Sunday, 21 July 2019

Paratactic Elaboration: Clarification

Halliday & Matthiessen (2014: 463-4):
In this case the secondary clause clarifies the thesis of the primary clause, backing it up with some form of explanation or explanatory comment. … The clarification often involves a shift in polarity … The clarification may be an evaluative comment. … 
Expressions such as in fact, actually, indeed, at least are common in this type; the nearest written abbreviation is again i.e., or sometimes viz. The conjunctives are cohesive rather structural markers of the paratactic relationship … 
Very often the two clauses are simply juxtaposed. This often makes it difficult to decide, in spoken language, whether they form a clause complex or not; but if the intonation pattern is repeated so that there is tone concord, and the semantic relationship of elaboration is clearly present, this can be taken as a criterion for treating them as forming a nexus. In written language the apposition may be signalled by a special punctuation mark, the colon; but this is a fairly recent innovation, never very consistently used, and the lack of any clear structure signal is no doubt the reason why the abbreviations i.e., e.g. and viz. were first introduced and why they continue to be used today. 

Saturday, 20 July 2019

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Paratactic Elaboration: Exemplification

Halliday & Matthiessen (2014: 463):
Here the secondary clause develops the thesis of the primary clause by becoming more specific about it, often citing an actual example …

Friday, 19 July 2019

Paratactic Elaboration: Exposition

Halliday & Matthiessen (2014: 463):
Here the secondary clause restates the thesis of the primary clause in different words, to present it from another point of view, or perhaps just to reinforce the message … In the limiting case, the second clause more or less repeats the first through lexical repetition or synonymy, reinforcing the message …

Thursday, 18 July 2019

Paratactic Clause Elaboration

Halliday & Matthiessen (2014: 462):
Paratactic (notation 1 =2). The combination of elaboration with parataxis yields three types, the first two of which could be regarded as apposition between clauses:
(i) exposition ‘in other words’ P i.e. Q
(ii) exemplification ‘for example’ P e.g. Q
(iii) clarification ‘to be precise’ P viz. Q

Wednesday, 17 July 2019

Clause Elaboration: Paratactic Vs Hypotactic

Halliday & Matthiessen (2014: 461-2):
In terms of realisation, the two tactic forms of elaboration have one property in common — tone concord. That is, each clause in an elaborating clause nexus is realised by a tone group, and each tone group selects the same tone … . However, hypotactic elaborating clauses differ from paratactic ones in that they have their own grammar — the grammar of relative clauses … . In terms of meaning, paratactic elaboration and hypotactic elaboration are largely complementary, covering different aspects of elaboration. Paratactic elaboration involves exposition, exemplification and clarification, while hypotactic elaboration involves description.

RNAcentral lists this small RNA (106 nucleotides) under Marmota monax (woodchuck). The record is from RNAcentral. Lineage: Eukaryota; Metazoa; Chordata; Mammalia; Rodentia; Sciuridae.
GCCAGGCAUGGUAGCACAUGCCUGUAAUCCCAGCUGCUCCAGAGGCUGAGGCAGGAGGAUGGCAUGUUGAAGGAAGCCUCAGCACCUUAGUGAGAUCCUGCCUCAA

Tuesday, 16 July 2019

Clause Elaboration

Halliday & Matthiessen (2014: 461):
In elaboration, one clause elaborates on the meaning of another by further specifying or describing it; … The secondary clause does not introduce a new element into the picture but rather provides a further characterisation of one that is already there, restating it, clarifying it, refining it, or adding a descriptive attribute or comment. … The thing that is elaborated may be the primary clause as a whole, or it may be just some part of it — one or more of its constituents.

Monday, 15 July 2019

Expansion: Regions Of Continuous Semantic Space

Halliday & Matthiessen (2014: 460):
As with all other systems such as the system of process type, we have to think of the system of type of expansion as defining regions within a continuous semantic space … the different types of expansion shade into one another at certain points; and expansion itself can come very close to projection.

Sunday, 14 July 2019

Clause Complex Representation & Mode

Halliday & Matthiessen (2014: 457):
The clause complex is of particular interest in spoken language, because it represents the dynamic potential of the system — the ability to ‘choreograph’ very long and intricate patterns of semantic movement while maintaining a continuous flow of discourse that is coherent without being constructional. This kind of flow is very uncharacteristic of written language. Since grammatical theory evolved as the study of written language, it is good at synoptic-type ‘product’ representations, with constituency as the organising concept, but bad at dynamic-type ‘process’ representations, which is what is needed for the interpretation of speech.

Saturday, 13 July 2019

Representing Dependency Structures

Halliday & Matthiessen (2014: 456-8):
The box diagram and the tree diagram both show how the clause complex is made up of clauses; but they have the disadvantage that they make the structure of the clause complex look like a constituency structure even though it is in fact a dependency structure. … we present a diagrammatic form of representation that brings out both constituency and dependency relations, as in Figure 7-13.